The Other Turkish Superman
Deja View is a Telly Award-winning series that explores foreign remakes of popular American films.
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The Man of Steel is flying into theaters this weekend. But really, would you rather watch Superman’s origin story for the thirty-second time, or see him fight an evil Asian transvestite in a wheelchair?
This looks like a job for Deja View.
By 1973 Superman had not had many adventures on the big screen. Apart from a couple of Columbia serials and a series of short cartoons, his only theatrical feature was “Superman and the Mole Men,” the 1951 pilot for “The Adventures of Superman” TV series. So in that context, we might find Turkish director Tunç Başaran’s rather irreverent take on the character less surprising.
In “Demir Yumruk: Devler Geliyor” — or “Iron Fist: The Giants are Coming” — the flamboyant, wheelchair-bound criminal mastermind transvestite Fu Manchu is hunting a hidden cache of treasure and uranium. It is this that will enable him, somehow, to rule the world. When he kills the one archaeologist with a lead on the loot, the murdered man’s son joins forces with macho policeman Enver to get revenge. Also, there’s Superman. But we’ll come back to that.
Adapting a comic book icon for the silver screen must have been old hat for director Tunç Başaran, who had previously adapted the Turkish comic “Tarkan” and the Italian “Il Comandante Mark.” But it doesn’t take a comic book fanatic to spot that some liberties have been taken with the Man of Tomorrow.
You can see from his costume that this Turkish Superman is really more like “Super-Bat-Man.” For in addition to the signature “S” and cape, our hero sports a dark costume, cowl, and a bat insignia on his belt. Keen-eyed viewers will also notice that the bat emblem features its own “S.”
So you might not be surprised to learn that our Turkish superhero, who is never actually mentioned by name, has somewhat more terrestrial origins than the Krypton-born “Man of Steel.” In fact the man behind the mask is none other than Enver the policeman, who fakes his death to trick the villains and dons the suit — with exactly zero build-up or foreshadowing — in order to maintain the illusion.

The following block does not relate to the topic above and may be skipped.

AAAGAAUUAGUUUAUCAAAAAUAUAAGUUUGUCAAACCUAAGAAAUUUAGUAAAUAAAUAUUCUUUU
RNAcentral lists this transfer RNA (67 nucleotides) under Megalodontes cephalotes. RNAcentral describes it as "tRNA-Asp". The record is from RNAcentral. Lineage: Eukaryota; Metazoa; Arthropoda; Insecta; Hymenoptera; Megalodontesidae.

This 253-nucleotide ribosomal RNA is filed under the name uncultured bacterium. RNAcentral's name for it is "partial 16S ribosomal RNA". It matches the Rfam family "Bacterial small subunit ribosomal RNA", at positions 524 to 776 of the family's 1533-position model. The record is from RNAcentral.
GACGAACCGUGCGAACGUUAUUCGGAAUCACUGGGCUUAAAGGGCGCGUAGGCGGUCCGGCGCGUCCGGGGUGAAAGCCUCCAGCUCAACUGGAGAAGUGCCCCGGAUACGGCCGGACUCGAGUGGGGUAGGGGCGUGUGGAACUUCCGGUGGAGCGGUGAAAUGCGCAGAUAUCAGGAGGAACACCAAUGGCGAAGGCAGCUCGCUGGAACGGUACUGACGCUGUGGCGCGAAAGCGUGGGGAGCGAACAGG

While the amalgamated costume may seem strange to hardcore comic fans, spectacle was paramount. As seen in movies like “Uç Dev Adam” where Spider-Man is a sadistic crime boss, the draw of these films was less about fidelity to the source material and far more about extravagantly costumed do-gooders whomping bad guys with karate. And if those costumes were in some way recognizable, perhaps in multiple ways, so much the better!
“Devler Geliyor” has no shortage of the spectacular. In addition to Superman and the over-the-top Fu Manchu, the film features such elements as a deadly steel mitten that doubles as a gun, and a hook-handed henchman named simply “The Hook.”
And in typical Yesilcam tradition, the film boosts its production values by lifting its music from an American film: in this case, Roger Corman’s 1966 biker flick “The Wild Angels.”
By now I’m sure it’s clear that this isn’t *really* a Superman movie at all. It’s a typical Yesilcam-era pulp adventure movie, with the Superman iconography used as a kind of hero shorthand.
It’s also quite a nationalistic film. Here Superman, instead of a “strange visitor from another planet, with powers and abilities far beyond those of mortal men,” is a Turkish cop. His enemies are exclusively foreigners. And there’s a certain amount of patriotism in his battle against the nonspecifically Asian Fu Manchu, whose explicit goal is not only to take over the world, but to prove his race superior.
“Demir Yumruk: Devler Geliyor” delivers a very different experience from what you might expect from a Superman movie, but it’s every bit as entertaining. It has loads of energy, outlandish elements, and absolutely zero time spent on the hero’s origin.
Incidentally, “Demir Yumruk: Devler Geliyor” was just one of several remakes that Tunç Başaran directed. In fact two years prior, he made “Little Ayshe and the Land of Dreams and Magical Dwarves,” a Turkish adaptation of “The Wizard of Oz.” But that’s a horse of a different color—I mean a story for another time.
Thanks so much for watching, and I’ll see you next week.